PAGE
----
Journal of Nanomaterials

Journal of Nanomaterials / 2013 / Article
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Nanomaterials for Thermoelectrics

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Research Article | Open Access

Volume 2013 |Article ID 172504 |

Min-Hee Hong, Chang-Sun Park, Sangwoo Shin, Hyung Hee Cho, Won-Seon Seo, Young Soo Lim, Jung-Kun Lee, Hyung-Ho Park, "Effect of Surfactant Concentration Variation on the Thermoelectric Properties of Mesoporous ZnO", Journal of Nanomaterials, vol. 2013, Article ID 172504, 6 pages, 2013.

Effect of Surfactant Concentration Variation on the Thermoelectric Properties of Mesoporous ZnO

Academic Editor: Jin-Sang Kim
Received07 May 2013
Revised10 Aug 2013
Accepted22 Aug 2013
Published18 Sep 2013


The electrical and thermal conductivities and the Seebeck coefficient of mesoporous ZnO thin films were investigated to determine the change of their thermoelectric properties by controlling surfactant concentration in the mesoporous ZnO films, because the thermoelectric properties of mesoporous ZnO films can be influenced by the porosity of the mesoporous structures, which is primarily determined by surfactant concentration in the films. Mesoporous ZnO thin films were successfully synthesized by using sol-gel and evaporation-induced self-assembly processes. Zinc acetate dihydrate and Brij-76 were used as the starting material and pore structure-forming template, respectively. The porosity of mesoporous ZnO thin films increased from 29% to 40% with increasing surfactant molar ratio. Porosity can be easily altered by controlling the molar ratio of surfactant/precursor. The electrical and thermal conductivity and Seebeck coefficients showed a close correlation with the porosity of the films, indicating that the thermoelectric properties of thin films can be changed by altering their porosity. Mesoporous ZnO thin films with the highest porosity had the best thermoelectric properties (the lowest thermal conductivity and the highest Seebeck coefficient) of the films examined.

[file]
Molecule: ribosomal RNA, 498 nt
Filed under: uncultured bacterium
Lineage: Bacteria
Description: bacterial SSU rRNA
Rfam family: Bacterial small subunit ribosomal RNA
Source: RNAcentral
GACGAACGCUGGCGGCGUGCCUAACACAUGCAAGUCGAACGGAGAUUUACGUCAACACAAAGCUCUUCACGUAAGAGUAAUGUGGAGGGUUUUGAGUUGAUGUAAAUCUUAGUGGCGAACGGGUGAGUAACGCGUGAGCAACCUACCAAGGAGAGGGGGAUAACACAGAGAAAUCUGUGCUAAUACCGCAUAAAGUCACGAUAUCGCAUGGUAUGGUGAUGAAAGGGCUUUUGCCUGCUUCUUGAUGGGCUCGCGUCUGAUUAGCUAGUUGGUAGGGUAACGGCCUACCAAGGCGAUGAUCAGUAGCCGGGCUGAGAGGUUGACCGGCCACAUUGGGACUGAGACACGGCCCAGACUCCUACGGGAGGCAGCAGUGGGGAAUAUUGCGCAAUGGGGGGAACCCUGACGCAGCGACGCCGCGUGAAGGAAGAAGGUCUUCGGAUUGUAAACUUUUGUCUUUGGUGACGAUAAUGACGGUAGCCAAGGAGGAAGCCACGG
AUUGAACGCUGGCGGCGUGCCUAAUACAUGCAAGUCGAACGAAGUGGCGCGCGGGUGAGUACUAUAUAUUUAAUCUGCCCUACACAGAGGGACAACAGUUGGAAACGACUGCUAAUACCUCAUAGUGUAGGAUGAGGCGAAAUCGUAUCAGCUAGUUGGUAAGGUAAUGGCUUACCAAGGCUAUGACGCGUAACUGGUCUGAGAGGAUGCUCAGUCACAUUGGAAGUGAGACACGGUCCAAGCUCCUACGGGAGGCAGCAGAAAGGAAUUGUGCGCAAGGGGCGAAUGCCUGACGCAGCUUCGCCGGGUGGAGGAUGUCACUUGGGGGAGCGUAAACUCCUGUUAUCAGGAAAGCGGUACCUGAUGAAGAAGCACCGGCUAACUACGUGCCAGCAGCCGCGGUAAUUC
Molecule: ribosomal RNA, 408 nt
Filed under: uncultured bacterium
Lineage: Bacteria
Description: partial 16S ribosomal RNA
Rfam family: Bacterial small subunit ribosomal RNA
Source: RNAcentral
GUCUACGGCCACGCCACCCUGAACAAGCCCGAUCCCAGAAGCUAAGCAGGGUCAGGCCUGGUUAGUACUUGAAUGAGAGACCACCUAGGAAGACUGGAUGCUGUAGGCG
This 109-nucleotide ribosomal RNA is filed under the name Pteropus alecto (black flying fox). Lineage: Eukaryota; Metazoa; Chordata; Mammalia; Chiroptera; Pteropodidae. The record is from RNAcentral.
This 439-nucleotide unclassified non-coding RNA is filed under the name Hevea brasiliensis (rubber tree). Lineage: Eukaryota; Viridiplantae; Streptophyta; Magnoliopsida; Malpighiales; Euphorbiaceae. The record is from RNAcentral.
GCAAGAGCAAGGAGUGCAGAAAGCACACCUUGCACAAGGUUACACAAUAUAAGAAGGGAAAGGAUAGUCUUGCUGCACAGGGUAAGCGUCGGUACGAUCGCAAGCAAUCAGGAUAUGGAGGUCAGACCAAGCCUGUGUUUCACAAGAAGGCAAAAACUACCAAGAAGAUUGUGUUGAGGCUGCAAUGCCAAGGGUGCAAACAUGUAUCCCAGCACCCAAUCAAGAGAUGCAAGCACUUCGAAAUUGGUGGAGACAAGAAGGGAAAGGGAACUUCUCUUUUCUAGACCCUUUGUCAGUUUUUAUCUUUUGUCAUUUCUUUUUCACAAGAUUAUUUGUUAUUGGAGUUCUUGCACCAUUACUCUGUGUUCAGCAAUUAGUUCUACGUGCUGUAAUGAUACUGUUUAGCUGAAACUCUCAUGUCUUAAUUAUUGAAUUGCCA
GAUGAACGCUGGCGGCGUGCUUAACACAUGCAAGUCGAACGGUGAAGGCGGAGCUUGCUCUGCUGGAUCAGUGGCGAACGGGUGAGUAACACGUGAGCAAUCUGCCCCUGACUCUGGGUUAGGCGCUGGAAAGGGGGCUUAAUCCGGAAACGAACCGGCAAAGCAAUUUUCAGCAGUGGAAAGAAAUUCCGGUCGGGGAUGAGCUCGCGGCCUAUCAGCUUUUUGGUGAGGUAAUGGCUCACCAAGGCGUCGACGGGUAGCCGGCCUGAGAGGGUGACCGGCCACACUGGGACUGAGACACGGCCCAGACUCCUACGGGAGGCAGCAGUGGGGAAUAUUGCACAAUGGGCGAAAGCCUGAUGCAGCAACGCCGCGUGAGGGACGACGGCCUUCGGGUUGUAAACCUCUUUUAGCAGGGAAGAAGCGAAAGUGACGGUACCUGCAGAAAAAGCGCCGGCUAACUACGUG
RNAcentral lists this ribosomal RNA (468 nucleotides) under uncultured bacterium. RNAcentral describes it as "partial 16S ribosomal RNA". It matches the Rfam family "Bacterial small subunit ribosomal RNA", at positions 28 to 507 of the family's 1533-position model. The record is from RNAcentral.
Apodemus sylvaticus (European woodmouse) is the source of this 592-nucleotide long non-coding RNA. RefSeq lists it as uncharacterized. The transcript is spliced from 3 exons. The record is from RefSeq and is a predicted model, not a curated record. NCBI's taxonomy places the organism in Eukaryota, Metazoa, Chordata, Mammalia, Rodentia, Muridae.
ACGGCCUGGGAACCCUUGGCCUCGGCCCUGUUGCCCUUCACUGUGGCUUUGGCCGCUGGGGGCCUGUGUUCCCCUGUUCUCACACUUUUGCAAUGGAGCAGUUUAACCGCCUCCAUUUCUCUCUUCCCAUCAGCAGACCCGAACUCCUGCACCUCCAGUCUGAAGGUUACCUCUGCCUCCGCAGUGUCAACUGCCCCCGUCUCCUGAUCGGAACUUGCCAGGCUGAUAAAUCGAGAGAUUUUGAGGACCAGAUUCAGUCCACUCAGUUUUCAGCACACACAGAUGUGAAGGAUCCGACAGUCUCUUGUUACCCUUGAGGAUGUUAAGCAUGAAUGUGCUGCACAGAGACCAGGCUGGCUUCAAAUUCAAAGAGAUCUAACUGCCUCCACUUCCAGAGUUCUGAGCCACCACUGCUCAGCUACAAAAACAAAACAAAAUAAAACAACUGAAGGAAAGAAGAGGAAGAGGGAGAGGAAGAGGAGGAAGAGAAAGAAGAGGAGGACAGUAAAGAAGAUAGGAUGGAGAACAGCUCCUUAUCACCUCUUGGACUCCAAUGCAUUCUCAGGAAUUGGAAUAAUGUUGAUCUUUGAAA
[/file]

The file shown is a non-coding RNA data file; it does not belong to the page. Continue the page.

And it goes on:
1. Introduction

The acceleration in global warming has made development of alternative energy sources of critical importance to modern society. Among many alternative energy technologies, thermoelectric technology refers to creation of an electrical current in a material with a temperature gradient. High electrical conductivity, a high Seebeck coefficient, and low thermal conductivity are essential characteristics of thermoelectric materials. Although it is very difficult to control these factors individually, because electrical conductivity and the Seebeck coefficient have an inverse relationship, this problem can be overcome by the use of nanostructures, such as nanowires and superlattices [1].